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Interval-censored Cox model

Highlights

• Genuine semiparametric modeling
• Left-censoring, right-censoring, interval-censoring
• Current-status and general interval-censored data
• Stratified estimation
• Two estimators for baseline hazard
• Two estimators for standard errors
• Graphs of survivor, cumulative hazard, and hazard functions
• Residual diagnostics
• Graphical checks of proportional-hazards assumption

What is the exact time of cancer recurrence? Or time of COVID-19 infection? We don't really know exactly. All we know is that the cancer recurred sometime between two follow-up examinations and that the infection occurred sometime before the onset of symptoms or a positive COVID test. These are examples of interval-censored and left-censored time-to-event data. By time-to-event or event-time data, we also mean failure-time data, duration data, and so on.

Interval-censored event-time data arise in many areas, including medical, epidemiological, economic, financial, and sociological studies. Ignoring interval-censoring will often lead to biased estimates.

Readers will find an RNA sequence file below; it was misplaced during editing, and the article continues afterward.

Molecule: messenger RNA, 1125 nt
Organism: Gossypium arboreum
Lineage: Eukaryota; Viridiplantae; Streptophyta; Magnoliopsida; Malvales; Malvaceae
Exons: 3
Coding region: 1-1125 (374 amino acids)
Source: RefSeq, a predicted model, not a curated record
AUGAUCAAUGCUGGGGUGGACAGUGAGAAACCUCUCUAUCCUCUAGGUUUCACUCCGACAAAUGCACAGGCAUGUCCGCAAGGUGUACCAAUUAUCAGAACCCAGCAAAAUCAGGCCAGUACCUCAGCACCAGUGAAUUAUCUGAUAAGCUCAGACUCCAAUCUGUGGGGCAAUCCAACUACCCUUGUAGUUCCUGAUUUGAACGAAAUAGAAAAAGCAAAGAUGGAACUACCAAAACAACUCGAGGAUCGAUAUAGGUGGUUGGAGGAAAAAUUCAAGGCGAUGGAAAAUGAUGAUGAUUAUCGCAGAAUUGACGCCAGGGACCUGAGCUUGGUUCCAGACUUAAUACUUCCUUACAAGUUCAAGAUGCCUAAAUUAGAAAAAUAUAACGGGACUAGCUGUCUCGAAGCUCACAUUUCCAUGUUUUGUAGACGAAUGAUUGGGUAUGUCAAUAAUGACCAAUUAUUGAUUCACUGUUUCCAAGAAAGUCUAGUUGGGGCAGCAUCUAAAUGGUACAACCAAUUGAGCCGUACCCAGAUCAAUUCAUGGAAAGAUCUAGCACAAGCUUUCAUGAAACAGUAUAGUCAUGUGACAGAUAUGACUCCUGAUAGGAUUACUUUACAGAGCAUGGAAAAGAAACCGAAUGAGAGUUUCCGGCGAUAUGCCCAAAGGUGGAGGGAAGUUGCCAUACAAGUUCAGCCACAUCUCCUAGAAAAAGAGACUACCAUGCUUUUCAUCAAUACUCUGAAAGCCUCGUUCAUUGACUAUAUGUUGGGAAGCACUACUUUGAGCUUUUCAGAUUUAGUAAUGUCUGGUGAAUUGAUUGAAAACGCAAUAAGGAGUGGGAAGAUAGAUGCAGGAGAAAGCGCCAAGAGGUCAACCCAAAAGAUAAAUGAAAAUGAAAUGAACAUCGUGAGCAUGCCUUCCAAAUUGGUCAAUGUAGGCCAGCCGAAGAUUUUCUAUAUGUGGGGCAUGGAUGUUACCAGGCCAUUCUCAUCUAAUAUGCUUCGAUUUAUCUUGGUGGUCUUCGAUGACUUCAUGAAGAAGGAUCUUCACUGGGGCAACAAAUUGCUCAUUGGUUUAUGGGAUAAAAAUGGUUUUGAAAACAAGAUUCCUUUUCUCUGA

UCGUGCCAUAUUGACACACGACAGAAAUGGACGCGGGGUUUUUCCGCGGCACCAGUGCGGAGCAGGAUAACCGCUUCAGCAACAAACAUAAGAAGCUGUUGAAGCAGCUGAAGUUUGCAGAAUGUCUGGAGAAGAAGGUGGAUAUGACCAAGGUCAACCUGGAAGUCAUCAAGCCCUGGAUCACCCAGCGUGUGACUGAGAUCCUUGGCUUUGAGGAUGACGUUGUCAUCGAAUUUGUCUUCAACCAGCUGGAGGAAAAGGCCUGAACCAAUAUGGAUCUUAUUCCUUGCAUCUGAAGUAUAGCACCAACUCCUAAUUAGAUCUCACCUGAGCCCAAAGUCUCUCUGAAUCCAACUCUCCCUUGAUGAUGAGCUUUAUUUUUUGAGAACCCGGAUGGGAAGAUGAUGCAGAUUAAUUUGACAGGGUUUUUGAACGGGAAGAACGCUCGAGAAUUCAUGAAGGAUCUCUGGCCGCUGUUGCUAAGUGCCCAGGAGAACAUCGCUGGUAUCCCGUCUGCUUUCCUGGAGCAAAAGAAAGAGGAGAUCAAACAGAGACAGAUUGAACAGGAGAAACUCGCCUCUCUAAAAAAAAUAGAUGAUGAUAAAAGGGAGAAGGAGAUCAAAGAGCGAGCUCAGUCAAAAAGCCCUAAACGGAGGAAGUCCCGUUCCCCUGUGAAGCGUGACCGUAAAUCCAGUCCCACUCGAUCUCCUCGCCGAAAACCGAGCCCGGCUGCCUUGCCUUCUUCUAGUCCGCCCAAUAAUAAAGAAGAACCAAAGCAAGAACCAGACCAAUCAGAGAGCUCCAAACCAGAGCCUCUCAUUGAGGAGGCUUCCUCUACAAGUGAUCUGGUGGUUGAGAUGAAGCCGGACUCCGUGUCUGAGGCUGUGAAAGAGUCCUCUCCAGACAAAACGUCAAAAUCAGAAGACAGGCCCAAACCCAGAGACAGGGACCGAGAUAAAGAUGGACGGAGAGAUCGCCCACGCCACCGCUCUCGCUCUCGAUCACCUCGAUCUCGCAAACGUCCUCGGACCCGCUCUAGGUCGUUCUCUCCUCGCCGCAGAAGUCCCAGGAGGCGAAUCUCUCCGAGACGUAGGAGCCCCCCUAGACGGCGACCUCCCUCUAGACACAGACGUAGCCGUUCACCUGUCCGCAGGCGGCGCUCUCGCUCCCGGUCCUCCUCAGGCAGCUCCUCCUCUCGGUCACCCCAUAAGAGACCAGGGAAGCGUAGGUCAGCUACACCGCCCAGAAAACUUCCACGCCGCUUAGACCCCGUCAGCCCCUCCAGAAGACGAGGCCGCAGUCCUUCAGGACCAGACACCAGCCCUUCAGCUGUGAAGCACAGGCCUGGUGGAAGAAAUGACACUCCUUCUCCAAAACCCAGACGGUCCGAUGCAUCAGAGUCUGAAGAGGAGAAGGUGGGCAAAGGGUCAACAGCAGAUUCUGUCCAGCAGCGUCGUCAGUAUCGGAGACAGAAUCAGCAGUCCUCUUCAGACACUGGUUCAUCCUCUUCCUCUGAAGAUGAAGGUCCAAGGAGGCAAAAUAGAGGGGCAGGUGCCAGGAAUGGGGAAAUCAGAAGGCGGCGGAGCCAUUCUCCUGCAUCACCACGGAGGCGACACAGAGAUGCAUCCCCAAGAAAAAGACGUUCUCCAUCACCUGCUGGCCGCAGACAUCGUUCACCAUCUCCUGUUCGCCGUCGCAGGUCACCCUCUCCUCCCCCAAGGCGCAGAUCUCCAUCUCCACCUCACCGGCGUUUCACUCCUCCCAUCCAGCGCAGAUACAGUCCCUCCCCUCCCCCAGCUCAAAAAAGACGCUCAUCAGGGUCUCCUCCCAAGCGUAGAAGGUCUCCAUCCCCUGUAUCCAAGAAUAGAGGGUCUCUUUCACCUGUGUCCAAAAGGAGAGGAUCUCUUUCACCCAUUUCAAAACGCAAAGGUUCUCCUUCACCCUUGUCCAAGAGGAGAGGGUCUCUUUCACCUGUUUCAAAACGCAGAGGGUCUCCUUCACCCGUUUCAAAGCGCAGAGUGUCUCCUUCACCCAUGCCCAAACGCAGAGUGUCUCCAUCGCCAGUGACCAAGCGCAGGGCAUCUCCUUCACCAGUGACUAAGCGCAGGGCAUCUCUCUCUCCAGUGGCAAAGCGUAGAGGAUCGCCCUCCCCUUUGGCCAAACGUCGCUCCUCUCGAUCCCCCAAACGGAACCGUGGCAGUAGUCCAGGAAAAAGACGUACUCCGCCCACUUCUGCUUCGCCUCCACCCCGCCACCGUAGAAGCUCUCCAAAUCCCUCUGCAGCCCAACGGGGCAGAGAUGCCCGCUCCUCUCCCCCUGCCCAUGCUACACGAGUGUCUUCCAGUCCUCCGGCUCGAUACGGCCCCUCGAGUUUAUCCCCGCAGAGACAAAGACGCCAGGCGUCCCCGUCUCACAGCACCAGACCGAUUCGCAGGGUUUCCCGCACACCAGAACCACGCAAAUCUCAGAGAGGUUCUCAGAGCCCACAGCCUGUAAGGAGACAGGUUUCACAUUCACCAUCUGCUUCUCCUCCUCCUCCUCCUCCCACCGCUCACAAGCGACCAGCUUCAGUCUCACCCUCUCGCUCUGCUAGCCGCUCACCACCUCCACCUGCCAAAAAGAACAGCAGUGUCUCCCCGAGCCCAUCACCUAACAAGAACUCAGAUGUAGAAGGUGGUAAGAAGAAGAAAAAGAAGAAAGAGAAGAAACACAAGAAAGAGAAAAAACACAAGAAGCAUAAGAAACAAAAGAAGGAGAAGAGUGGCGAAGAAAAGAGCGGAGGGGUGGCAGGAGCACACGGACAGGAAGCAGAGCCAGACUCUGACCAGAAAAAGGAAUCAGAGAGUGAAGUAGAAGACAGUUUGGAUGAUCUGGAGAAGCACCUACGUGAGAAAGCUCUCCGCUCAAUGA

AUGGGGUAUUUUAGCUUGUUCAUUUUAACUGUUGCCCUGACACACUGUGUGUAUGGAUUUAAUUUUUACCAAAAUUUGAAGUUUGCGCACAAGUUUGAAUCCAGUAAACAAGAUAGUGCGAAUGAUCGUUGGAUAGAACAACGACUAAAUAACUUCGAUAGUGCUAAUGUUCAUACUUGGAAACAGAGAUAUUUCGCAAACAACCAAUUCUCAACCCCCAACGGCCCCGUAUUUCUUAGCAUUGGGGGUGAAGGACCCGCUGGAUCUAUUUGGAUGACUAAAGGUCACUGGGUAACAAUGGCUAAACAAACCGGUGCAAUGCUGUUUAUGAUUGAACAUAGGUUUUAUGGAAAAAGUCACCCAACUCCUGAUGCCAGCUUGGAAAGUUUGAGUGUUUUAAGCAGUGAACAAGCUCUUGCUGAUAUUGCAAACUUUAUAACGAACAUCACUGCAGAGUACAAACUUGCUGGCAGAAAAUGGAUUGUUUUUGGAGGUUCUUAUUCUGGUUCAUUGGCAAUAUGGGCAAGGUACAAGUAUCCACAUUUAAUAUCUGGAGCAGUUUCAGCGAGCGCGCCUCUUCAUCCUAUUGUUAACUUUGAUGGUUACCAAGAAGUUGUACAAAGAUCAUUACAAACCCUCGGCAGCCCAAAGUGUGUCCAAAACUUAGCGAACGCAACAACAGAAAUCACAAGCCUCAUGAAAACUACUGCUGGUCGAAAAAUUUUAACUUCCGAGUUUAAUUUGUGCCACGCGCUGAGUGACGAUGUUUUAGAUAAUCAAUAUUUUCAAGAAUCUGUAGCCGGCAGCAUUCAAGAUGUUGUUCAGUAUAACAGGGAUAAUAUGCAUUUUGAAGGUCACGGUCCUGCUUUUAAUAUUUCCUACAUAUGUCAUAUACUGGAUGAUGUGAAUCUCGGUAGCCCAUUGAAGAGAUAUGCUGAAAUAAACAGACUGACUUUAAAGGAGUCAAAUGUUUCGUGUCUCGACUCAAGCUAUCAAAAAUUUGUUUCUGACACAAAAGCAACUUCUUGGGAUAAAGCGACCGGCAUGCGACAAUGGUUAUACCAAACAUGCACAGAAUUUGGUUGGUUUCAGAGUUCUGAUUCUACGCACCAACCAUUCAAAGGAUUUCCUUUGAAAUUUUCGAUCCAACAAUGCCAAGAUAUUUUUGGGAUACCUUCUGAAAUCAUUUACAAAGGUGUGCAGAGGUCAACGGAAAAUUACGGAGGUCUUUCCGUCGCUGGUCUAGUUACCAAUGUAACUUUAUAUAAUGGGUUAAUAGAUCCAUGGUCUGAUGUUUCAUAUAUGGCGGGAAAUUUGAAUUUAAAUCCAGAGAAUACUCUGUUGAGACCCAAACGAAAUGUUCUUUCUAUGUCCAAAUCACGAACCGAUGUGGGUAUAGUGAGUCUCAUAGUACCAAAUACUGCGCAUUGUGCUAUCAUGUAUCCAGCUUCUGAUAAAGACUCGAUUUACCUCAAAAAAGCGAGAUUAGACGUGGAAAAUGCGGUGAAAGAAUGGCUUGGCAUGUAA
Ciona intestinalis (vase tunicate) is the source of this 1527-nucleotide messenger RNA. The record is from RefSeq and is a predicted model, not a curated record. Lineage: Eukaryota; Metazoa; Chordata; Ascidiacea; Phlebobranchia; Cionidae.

A semiparametric Cox proportional hazards regression model is used routinely to analyze uncensored and right-censored event-time data. In Stata 17, you can use the new estimation command stintcox to fit the Cox model to interval-censored event-time data.

Just as with right-censored data, a Cox model is appealing for interval-censored data because it uses semiparametric estimation and thus does not require any parametric assumptions about the baseline hazard function. Also for low-event rates, the exponentiated regression parameters approximate the log relative-risks.

Semiparametric estimation of interval-censored event-time data is challenging because none of the event times are observed exactly. Thus, "semiparametric" modeling of these data often resorted to using spline methods or piecewise-exponential models for the baseline hazard function. Genuine semiparametric modeling of interval-censored event-time data was not available until recent methodological advances, which are implemented in the stintcox command.

Estimation